Presented below are a number of independent situations. For each individual situation, determine the amount that should be reported as cash. 1. Checking account balance $929,070; certificate of deposit $1 ,417,000; cash advance to subsidiary of $992,770; utility deposit paid to gas company $198. 2.
Checking account balance $503,630; an overdraft in special checking account at name bank as normal checking account of $20,900; cash held in a bond sinking fund $235,1 20; petty cash fund $332; coins and currency on hand $1,460. 3. Checking account balance $606,360; postdated check from a customer $11 ,450; cash restricted due to maintaining compensating balance requirement of $119,770; certified check from customer $9,610; postage stamps on hand $642. 4. Checking account balance at bank $46,660; money market balance at mutual fund (has checking privileges) $49,520; NSF check received from customer $845. . Checking account balance $703,110; cash restricted for future plant expansion $516,1 20; short-term Treasury bills $187,700; cash advance received from customer $986 (not included in checking account balance); cash advance of $7,540 to company executive, payable on demand; refundable deposit of $29,900 paid to federal government to guarantee performance on construction contract. Exercise 7-8 At the end of 2012, Sorter Company has accounts receivable of $854,470 and an allowance for doubtful accounts of $47,360.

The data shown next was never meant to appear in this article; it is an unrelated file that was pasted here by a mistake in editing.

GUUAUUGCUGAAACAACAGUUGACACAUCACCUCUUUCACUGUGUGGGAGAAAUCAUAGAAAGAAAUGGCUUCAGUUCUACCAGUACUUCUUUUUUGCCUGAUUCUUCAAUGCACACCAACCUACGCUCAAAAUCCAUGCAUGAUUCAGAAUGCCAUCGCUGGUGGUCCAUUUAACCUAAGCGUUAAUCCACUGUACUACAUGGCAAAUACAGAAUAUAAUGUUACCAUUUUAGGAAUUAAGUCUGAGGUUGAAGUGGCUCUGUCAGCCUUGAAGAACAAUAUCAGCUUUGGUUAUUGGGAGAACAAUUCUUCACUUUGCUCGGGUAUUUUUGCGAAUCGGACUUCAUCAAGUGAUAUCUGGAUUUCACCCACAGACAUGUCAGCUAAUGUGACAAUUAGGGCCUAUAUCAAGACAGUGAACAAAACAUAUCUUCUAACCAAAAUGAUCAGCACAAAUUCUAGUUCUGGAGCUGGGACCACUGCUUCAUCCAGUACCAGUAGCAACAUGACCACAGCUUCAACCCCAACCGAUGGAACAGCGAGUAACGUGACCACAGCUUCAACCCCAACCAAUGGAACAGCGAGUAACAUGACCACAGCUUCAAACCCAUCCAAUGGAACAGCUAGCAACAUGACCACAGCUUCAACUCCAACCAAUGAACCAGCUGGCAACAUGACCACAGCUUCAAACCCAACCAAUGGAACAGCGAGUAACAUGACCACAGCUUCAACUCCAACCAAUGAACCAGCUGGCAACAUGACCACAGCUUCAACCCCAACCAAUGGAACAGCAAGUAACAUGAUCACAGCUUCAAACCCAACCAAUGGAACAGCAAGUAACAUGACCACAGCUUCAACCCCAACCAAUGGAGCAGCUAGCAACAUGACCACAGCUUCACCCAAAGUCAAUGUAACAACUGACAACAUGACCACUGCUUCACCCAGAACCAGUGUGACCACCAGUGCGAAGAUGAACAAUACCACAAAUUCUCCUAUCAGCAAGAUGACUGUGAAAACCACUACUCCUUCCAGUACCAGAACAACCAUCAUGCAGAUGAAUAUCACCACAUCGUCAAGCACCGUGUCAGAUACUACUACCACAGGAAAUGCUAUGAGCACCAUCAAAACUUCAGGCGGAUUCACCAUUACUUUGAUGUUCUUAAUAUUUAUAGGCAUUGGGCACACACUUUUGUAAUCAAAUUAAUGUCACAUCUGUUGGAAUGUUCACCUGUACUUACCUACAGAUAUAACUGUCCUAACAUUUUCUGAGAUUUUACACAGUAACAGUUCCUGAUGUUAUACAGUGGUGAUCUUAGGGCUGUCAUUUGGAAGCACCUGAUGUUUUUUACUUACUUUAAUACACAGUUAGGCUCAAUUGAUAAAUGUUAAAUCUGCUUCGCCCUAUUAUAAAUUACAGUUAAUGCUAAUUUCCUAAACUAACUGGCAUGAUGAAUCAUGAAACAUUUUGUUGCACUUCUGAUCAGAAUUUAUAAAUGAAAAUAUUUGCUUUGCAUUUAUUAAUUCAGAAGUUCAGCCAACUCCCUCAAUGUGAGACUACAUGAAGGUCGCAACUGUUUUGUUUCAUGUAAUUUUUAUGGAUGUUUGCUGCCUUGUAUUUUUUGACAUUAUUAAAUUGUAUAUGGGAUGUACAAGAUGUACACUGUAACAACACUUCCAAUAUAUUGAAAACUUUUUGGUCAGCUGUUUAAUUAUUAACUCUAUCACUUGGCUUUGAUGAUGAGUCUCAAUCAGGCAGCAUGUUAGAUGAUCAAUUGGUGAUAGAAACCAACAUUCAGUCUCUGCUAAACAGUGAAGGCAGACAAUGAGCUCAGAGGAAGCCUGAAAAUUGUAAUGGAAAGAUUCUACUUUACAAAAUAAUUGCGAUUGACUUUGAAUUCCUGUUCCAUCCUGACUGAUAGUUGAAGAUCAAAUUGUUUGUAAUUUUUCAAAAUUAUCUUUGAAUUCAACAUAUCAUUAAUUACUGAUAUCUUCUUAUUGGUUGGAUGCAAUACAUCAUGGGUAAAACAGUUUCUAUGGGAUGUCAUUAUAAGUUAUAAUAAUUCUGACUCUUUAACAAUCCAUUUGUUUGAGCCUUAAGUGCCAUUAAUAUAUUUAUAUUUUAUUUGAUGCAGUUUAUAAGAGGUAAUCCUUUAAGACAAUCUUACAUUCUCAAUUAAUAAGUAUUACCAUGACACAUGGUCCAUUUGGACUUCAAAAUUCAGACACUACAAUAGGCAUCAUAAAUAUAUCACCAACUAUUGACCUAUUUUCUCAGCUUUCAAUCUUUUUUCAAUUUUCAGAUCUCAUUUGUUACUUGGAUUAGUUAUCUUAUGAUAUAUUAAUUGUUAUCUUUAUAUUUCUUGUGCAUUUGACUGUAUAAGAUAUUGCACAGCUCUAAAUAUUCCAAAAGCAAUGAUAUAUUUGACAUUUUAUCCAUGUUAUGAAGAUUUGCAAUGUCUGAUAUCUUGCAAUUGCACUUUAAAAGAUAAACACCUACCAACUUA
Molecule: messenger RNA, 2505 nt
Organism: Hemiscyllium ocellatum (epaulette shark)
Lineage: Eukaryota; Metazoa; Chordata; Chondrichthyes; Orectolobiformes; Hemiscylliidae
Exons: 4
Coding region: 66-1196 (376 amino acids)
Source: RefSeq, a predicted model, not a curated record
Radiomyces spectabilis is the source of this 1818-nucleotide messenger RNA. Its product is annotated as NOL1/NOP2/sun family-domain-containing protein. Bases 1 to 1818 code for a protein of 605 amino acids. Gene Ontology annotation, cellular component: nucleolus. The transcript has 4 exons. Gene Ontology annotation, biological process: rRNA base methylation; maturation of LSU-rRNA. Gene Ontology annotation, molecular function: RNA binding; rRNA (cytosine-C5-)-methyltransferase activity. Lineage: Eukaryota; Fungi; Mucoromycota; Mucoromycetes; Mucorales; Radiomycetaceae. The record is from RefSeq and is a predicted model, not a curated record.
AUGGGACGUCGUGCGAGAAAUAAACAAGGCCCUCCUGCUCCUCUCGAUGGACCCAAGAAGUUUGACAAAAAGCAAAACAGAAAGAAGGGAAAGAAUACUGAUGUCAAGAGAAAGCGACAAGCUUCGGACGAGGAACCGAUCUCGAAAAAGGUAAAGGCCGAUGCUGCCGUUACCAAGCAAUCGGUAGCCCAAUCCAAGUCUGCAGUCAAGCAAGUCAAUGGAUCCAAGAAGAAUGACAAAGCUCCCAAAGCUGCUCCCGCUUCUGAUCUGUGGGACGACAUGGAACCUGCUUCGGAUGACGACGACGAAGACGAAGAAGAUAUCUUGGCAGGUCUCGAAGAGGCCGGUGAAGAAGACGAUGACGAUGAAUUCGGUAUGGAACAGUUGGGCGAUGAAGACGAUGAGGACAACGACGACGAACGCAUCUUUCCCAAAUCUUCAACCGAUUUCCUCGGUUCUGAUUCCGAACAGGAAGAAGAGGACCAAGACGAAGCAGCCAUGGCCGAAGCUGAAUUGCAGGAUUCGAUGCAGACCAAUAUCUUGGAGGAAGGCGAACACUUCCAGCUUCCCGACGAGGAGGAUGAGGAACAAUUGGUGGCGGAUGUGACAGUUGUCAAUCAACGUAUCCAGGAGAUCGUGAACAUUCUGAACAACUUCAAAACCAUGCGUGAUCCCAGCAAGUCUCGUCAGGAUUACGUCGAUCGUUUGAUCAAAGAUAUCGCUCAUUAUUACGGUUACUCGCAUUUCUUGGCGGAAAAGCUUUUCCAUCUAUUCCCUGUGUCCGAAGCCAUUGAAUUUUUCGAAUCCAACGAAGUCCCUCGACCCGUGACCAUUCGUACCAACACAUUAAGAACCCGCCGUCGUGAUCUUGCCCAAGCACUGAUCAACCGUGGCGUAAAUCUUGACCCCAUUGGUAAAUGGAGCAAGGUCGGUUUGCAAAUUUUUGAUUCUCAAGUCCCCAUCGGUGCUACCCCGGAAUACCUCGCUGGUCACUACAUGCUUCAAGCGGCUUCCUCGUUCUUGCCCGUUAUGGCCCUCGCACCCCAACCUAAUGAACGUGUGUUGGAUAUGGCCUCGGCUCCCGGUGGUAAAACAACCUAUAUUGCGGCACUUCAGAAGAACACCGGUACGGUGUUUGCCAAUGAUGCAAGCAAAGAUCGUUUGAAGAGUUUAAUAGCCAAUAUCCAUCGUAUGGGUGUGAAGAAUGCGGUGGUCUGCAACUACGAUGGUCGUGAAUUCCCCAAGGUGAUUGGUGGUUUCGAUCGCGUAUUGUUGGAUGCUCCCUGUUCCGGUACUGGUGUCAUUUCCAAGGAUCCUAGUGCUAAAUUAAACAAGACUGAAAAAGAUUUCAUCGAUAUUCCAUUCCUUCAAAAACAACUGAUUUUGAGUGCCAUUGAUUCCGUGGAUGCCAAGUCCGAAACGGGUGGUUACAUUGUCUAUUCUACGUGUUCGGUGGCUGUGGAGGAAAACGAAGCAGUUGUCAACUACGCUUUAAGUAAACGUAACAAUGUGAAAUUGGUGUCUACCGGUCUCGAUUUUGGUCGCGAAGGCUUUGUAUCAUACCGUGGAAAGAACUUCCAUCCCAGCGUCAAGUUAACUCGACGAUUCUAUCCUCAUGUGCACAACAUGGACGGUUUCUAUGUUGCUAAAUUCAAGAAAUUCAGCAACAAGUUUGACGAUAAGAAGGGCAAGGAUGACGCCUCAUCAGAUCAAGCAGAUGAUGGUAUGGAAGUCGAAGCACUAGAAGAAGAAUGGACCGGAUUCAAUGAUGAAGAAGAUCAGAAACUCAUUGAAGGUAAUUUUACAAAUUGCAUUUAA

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On January 1 6, 2013, Sorter Company determined that its receivable from Redone Company of $6,240 will not be collected, and management authorized its write-off. (a) Prepare the journal entry for Sorter Company to write off the Redone receivable. (Credit account titles are automatically indented when the amount is entered. Do not indent manually. ) (b) What is the net realizable value of Sorter Company’s accounts receivable before the write-off of the Redone receivable? (c) What is the net realizable value of Sorter Company’s accounts receivable after the write-off of the Redone receivable?
Exercise 8-5 Worth Company asks you to review its December 31, 2012, inventory values and prepare the necessary adjustments to the books. The following information is given to you. 1. Worth uses the periodic method of recording inventory. A physical count reveals $348,107 of inventory on hand at December 31, 2012. 2. Not included in the physical count of inventory is $15,442 of merchandise purchased on December 15 from Browser. This merchandise was shipped f. o. B. Shipping point on December 29 and arrived in January. The invoice arrived and as recorded on December 31. . Included in inventory is merchandise sold to Bubby on December 30, f. o. B. Destination. This merchandise was shipped after it was counted. The invoice was prepared and recorded as a sale on account for $1 8,970 on December 31 . The merchandise cost $1 0,893, and Bubby received it on January 3. 4. Included in inventory was merchandise received from Dudley on December 31 with an invoice price of $23,164. The merchandise was shipped f. o. B. Destination. The invoice, which has not yet arrived, has not been recorded.